When you married your spouse, you may not have realized that abuse was in your future. However, after a while, your spouse showed his or her true colors by getting physically aggressive, emotionally abusive or even sexually violent toward you or your children.
Now, you feel trapped and nervous about how to get yourself and your children out of this unsafe environment. City nuisance laws may leave you feeling like you can't even rely on local law enforcement in violent situations.
Thankfully, Arizona recognizes that domestic abuse is a serious issue in modern marriages. You can request that the courts authorize an order of protection to prevent your spouse from contacting you in any form or stalking you.
While an order of protection doesn't physically prevent such actions, it provides you with recourse, meaning you can call police if the order gets violated in any form.
How to file for an order of protection
Unless your spouse has gotten convicted of a crime where you or your children were the victims, a civil order of protection is generally your best option. Many times, abused spouses choose not to call law enforcement after facing serious violence, out of fear of retaliation.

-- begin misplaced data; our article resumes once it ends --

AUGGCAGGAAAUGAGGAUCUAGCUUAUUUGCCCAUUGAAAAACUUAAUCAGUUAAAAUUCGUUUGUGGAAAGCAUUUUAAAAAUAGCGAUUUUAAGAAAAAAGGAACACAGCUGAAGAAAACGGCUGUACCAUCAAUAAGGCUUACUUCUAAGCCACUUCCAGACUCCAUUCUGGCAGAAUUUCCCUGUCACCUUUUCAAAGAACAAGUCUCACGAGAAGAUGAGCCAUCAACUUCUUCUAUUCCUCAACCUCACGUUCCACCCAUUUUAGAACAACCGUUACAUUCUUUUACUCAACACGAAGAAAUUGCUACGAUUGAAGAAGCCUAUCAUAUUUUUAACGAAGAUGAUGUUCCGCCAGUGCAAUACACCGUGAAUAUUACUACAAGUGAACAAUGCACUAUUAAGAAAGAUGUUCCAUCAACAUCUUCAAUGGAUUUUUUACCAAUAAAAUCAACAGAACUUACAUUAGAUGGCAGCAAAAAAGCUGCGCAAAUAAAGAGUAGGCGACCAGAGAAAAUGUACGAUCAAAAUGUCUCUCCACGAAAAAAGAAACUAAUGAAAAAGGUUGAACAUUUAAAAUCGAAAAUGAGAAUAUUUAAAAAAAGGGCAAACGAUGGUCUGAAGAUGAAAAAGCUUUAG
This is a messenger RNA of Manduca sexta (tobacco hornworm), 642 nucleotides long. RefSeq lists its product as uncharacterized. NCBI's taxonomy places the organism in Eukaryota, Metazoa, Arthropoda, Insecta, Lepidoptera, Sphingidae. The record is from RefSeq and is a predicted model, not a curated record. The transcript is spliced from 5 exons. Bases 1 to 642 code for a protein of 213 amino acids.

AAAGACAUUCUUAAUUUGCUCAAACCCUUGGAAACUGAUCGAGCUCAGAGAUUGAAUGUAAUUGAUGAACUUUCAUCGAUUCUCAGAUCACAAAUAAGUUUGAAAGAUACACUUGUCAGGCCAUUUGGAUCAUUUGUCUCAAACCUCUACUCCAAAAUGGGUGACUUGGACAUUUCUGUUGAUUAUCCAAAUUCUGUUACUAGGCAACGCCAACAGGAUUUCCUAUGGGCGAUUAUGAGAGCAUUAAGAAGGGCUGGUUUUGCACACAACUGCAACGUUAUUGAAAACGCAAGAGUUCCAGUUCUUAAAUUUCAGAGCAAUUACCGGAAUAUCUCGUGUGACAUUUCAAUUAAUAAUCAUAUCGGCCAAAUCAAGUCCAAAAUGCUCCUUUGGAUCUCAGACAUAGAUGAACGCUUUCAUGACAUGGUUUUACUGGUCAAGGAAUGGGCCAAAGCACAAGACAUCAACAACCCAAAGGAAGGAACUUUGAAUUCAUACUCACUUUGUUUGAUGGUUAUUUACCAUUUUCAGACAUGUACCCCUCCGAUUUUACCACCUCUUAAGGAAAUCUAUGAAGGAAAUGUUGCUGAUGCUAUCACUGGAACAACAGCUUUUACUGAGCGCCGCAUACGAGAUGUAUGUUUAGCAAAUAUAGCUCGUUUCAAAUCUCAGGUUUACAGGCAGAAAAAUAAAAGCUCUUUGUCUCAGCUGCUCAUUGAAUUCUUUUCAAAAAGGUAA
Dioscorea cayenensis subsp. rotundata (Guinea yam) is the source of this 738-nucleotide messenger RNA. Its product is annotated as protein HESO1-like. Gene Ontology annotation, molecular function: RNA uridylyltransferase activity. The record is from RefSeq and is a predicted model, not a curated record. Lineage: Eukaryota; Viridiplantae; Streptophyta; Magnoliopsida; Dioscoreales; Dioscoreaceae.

The good news is that the courts will consider a broad range of evidence against your spouse, including records of abusive texts or emails, medical records for or photographs of injuries, and even a sworn statement about the abuse.
You will need to go to the local courthouse and file a petition. In cases where you believe immediate violence is possible, you can seek an emergency order of protection. This order only lasts until the close of business the day after it gets filed, so you must file a request for a standard order of protection.
These typically last a year. In some cases, you could receive authorization to remain in the marital home, while your spouse seeks alternate housing. In other cases, it may be easier for you to leave.
Your spouse, as the accused abuser, has the right to challenge the order in court by requesting a hearing. You, as the filer of the original petition, will have to appear in court for that hearing to testify about the need for the order.
Understanding the limits of an order of protection
As noted above, a standard order of protection in Arizona lasts for one year. You can renew an expired order of protection, which may be a good idea in some cases. In other situations, it may not be necessary. While an order of protection does offer legal recourse for you and consequences for your spouse if the order gets violated, it shouldn't be your only form of protection. Changing the locks, having your address unlisted or even attending self-defense classes may all be wise complements to the order.